But the idea that Mark Emmert is doing something fundamentally different than his predecessor or someone else who would be NCAA president right now does not stand up to the evidence. After Walter Byers, the pattern of how the NCAA president is supposed to act is pretty clear. Even Cedric Dempsey, who would now likely never be considered for NCAA president, did the same things as Emmert and Brand, with an enforcement crackdown (Dempsey’s was on gambling) and taking on a Sisyphean task (fighting the arms race).
The other omission when Emmert’s personal responsibility for the current state of the NCAA is brought up is a realistic candidate who would run the association in a significantly different manner. The NCAA president is selected by a group of college presidents, so no surprise that the last two have come from those ranks.
When Mark Emmert was selected as NCAA President, these were the other two finalists:
- Lt. Gen. Franklin “Buster” Hagenbeck, superintendent of the U.S. Military Academy in West Point, N.Y.
- Beth Brooke, a global vice chairman with accounting giant Ernst & Young
This represents about as much “outside of the box” thinking as you are likely to see when selecting an NCAA president in this era. Even if we throw in interim president Jim Isch, who was not a finalist for the permanent job, the list looks like this:
- Longtime NCAA employee
- University president
- University president with military background
- Corporate leader from accounting industry, former student-athlete
There are no Jay Bilases, Joe Noceras, or Taylor Branches on that list. There is not even a Larry Scott. Nor an athletic director or commissioner. No business leaders from innovative industries like technology. Corporate governance and the academy rule the day. If the NCAA were picking a new president right now, the wish list probably looks something like this:
- Arne Duncan
- University President (Gordon Gee is a good representative)
- Jim Delany or Mike Slive
Aside from Walter Byers, who ruled the NCAA in a much different way in a much different era, it is difficult, if not impossible, to explain how any of the people listed here run the NCAA substantially different than Mark Emmert. Or how an NCAA run by any of these people would have been certain or even more likely to prevent what happened in the Miami investigation from happening.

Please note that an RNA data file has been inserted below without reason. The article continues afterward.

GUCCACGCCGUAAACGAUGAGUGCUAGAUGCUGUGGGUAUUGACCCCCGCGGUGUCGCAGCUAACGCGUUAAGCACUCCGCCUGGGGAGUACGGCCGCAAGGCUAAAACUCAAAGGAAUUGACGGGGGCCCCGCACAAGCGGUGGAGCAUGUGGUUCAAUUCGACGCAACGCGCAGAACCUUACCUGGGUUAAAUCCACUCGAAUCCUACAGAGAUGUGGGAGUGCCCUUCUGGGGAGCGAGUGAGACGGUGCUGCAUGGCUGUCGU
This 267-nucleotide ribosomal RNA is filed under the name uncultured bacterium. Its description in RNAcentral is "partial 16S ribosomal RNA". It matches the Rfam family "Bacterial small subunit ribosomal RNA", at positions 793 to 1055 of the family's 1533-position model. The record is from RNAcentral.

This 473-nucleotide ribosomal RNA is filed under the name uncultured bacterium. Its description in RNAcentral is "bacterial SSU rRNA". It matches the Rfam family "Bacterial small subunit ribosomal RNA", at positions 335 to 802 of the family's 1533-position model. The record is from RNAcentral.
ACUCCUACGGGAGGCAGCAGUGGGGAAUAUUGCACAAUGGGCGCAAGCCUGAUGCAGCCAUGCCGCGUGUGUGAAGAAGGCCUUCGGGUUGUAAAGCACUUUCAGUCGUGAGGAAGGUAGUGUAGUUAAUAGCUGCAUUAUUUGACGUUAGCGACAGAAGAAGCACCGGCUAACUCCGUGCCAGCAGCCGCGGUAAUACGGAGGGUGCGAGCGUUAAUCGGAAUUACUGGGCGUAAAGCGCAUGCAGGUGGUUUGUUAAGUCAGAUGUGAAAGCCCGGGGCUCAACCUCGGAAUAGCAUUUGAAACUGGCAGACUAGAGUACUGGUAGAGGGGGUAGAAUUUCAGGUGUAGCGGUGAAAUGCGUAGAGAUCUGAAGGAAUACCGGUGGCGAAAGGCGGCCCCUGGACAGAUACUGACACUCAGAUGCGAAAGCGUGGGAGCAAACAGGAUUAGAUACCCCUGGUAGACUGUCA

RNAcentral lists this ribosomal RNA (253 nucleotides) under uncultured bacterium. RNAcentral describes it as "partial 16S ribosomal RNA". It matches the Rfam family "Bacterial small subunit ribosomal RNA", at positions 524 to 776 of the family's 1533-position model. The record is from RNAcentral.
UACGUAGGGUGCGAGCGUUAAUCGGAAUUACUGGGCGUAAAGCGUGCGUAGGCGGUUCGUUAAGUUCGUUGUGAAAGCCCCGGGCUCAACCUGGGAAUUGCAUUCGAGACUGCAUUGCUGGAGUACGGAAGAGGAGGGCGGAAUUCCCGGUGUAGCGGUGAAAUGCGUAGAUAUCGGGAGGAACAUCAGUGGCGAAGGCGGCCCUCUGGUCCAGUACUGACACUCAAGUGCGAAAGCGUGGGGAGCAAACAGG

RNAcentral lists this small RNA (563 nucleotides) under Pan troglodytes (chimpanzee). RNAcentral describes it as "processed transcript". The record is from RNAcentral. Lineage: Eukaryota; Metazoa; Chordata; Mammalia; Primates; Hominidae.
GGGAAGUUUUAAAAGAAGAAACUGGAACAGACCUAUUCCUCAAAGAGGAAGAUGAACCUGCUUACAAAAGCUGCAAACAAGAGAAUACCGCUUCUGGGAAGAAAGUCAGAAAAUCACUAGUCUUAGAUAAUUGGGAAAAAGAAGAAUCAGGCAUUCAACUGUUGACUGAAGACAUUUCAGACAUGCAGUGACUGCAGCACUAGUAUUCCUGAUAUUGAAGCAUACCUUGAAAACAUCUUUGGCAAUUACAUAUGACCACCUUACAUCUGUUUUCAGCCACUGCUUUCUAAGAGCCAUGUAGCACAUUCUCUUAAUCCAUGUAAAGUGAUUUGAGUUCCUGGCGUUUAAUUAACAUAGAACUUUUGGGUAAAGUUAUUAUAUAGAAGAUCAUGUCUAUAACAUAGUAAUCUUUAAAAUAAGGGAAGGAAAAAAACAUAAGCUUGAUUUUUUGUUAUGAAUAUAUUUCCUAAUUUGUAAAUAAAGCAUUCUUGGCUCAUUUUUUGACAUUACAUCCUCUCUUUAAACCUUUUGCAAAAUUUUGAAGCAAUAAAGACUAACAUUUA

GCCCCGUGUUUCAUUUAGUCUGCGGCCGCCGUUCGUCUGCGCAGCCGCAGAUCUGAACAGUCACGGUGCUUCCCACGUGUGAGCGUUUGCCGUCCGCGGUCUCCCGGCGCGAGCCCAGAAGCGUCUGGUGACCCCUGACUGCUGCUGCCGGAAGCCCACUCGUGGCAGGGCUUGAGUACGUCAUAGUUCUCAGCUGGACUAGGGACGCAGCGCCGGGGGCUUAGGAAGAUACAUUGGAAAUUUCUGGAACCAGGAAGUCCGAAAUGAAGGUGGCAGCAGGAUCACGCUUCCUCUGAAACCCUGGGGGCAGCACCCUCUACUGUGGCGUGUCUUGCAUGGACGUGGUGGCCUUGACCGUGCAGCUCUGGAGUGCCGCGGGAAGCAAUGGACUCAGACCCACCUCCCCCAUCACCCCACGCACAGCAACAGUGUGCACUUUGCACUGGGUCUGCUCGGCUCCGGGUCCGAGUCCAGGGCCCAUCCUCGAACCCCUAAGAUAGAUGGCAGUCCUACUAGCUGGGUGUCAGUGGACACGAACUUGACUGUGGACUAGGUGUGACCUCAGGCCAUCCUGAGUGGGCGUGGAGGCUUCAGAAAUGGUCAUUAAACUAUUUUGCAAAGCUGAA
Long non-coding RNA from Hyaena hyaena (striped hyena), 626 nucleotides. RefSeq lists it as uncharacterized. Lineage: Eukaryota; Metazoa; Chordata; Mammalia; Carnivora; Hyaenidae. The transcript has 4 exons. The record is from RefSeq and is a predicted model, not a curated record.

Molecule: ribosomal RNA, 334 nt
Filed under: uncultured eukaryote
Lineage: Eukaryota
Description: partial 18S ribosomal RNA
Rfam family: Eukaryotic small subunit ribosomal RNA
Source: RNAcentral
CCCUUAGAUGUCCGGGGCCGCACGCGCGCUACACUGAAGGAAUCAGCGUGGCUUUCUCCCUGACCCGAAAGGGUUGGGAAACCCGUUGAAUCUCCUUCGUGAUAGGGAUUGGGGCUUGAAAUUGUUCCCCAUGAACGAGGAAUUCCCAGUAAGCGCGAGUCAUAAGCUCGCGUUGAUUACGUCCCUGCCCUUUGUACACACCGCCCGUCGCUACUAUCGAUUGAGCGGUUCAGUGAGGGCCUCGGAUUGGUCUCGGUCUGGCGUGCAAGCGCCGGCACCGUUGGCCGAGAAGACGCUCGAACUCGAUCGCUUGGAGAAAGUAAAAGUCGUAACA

What Does All This Mean?
With all that wind-up, what is the pitch? Here are a few takeaways about Mark Emmert, the leadership of the NCAA, and the current trials the association is going through:
- This was probably inevitable. Between the structure of the NCAA, the current state of college athletics, and outside pressures involved, a scandal like this was probably overdue. It is a dubious claim at best to suggest that any person who would reasonably have had a shot to be president of the NCAA could have stopped this. Mark Emmert just happened to be the guy in charge when it happened.
- Be careful what you wish for. People who expect the next NCAA president to be substantially different from the current one or the one before him will be disappointed. Every argument, good or bad, that this should be the final nail in the coffin of certain NCAA rules will be met with arguments, good and bad, that the NCAA needs to double down on academics and amateurism. And given the pool of likely candidates, the odds are much higher that the next NCAA president supports the latter rather than the former.
- This is an NCAA problem. A lot of problems in college athletics get attributed to the NCAA, but really have their genesis somewhere else. This is not one of those problems. The powers the NCAA has, the rules it is trying to enforce, the fact that is a voluntary, membership association are all choices the NCAA has made and have to live with. And they are all choices that made something like this more likely to happen.